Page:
What Has No Place, Remains: The Challenges for Indigenous Religious Freedom in Canada Today
The desire to erase the religions of Indigenous Peoples is an ideological fixture of the colonial project that marked the first century of Canada’s nationhood. While the ban on certain Indigenous religious practices was lifted after the Second World War, it was not until 1982 that Canada recognized Aboriginal rights, constitutionally protecting the diverse cultures of Indigenous Peoples. As former prime minister Stephen Harper stated in Canada’s apology for Indian residential schools, the desire to destroy Indigenous cultures, including religions, has no place in Canada today. And yet Indigenous religions continue to remain under threat.
Framed through a postcolonial lens, What Has No Place, Remains analyses state actions, responses, and decisions on matters of Indigenous religious freedom. The book is particularly concerned with legal cases, such as Ktunaxa Nation v. British Columbia (2017), but also draws on political negotiations, such as those at Voisey’s Bay, and standoffs, such as the one at Gustafsen Lake, to generate a more comprehensive picture of the challenges for Indigenous religious freedom beyond Canada’s courts. With particular attention to cosmologically significant space, this book provides the first comprehensive assessment of the conceptual, cultural, political, social, and legal reasons why religious freedom for Indigenous Peoples is currently an impossibility in Canada.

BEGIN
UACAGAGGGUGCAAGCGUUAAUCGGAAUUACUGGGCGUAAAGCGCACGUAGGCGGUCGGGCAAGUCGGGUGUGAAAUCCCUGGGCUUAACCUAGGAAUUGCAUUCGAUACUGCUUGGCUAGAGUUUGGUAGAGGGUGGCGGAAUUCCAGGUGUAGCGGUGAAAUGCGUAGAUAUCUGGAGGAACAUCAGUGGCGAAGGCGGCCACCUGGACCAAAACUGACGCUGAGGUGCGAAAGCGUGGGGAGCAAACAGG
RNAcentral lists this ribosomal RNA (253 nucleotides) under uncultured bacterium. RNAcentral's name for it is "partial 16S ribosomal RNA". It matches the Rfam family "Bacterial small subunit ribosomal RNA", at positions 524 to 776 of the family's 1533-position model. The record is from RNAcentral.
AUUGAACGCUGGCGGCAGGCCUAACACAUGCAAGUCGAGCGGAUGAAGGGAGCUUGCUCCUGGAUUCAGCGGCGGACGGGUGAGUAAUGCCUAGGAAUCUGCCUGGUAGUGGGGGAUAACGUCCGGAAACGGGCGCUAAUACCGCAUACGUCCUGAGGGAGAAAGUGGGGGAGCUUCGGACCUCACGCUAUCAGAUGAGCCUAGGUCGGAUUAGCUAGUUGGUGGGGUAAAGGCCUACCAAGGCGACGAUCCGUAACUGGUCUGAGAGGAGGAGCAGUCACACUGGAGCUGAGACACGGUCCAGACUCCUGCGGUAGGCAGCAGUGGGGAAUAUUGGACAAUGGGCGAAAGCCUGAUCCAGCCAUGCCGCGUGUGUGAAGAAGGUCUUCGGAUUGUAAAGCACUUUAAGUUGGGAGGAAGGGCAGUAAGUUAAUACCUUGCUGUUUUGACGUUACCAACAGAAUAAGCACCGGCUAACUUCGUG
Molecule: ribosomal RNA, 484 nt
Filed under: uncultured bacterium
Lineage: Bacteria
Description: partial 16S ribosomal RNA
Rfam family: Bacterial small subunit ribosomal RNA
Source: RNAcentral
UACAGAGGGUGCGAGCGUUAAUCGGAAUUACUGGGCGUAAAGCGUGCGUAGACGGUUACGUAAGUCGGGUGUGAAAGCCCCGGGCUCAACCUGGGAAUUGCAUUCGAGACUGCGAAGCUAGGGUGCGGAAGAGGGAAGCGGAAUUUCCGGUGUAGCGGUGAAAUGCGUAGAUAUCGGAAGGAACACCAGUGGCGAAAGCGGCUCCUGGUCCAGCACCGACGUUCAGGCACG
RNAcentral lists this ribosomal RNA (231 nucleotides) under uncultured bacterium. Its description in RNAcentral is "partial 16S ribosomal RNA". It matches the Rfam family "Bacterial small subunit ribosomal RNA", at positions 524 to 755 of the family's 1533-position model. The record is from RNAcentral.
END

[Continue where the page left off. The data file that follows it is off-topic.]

- World Rights
- Page Count: 280 pages
- Dimensions: 5.9in x 0.8in x 9.0in
"There is no book that takes on the ambitious task that What Has No Place, Remains does, especially in the context of Canada and the Indigenous practices and beliefs linking Indigenous People to the land."
Michael McNally, Department of Religion, Carleton College
"Working at the intersection of religious, political, legal, and Indigenous studies, this book’s multi-disciplinary framework yields numerous insights, both analytically and prescriptively."
Greg Johnson, Department of Religious Studies, University of Colorado Boulder
Author InformationNicholas Shrubsole is a lecturer in the Department of Philosophy at the University of Central Florida.
Table of contents
A Comment on Terminology
1. The Depth of Religious Freedom
2. Secularization, Dispossession, and Forced Deprivatization
3. Religions Plus? Competing Frameworks of Indigenous Religious Freedom
4. Dealing with Diversity Poorly and the Gustafsen Lake Standoff
5. The Duty to Consult and Accommodate
6. The Potential and Limits of International Mechanisms of Redress
Conclusion: Challenges for Reconciliation
Subjects and Courses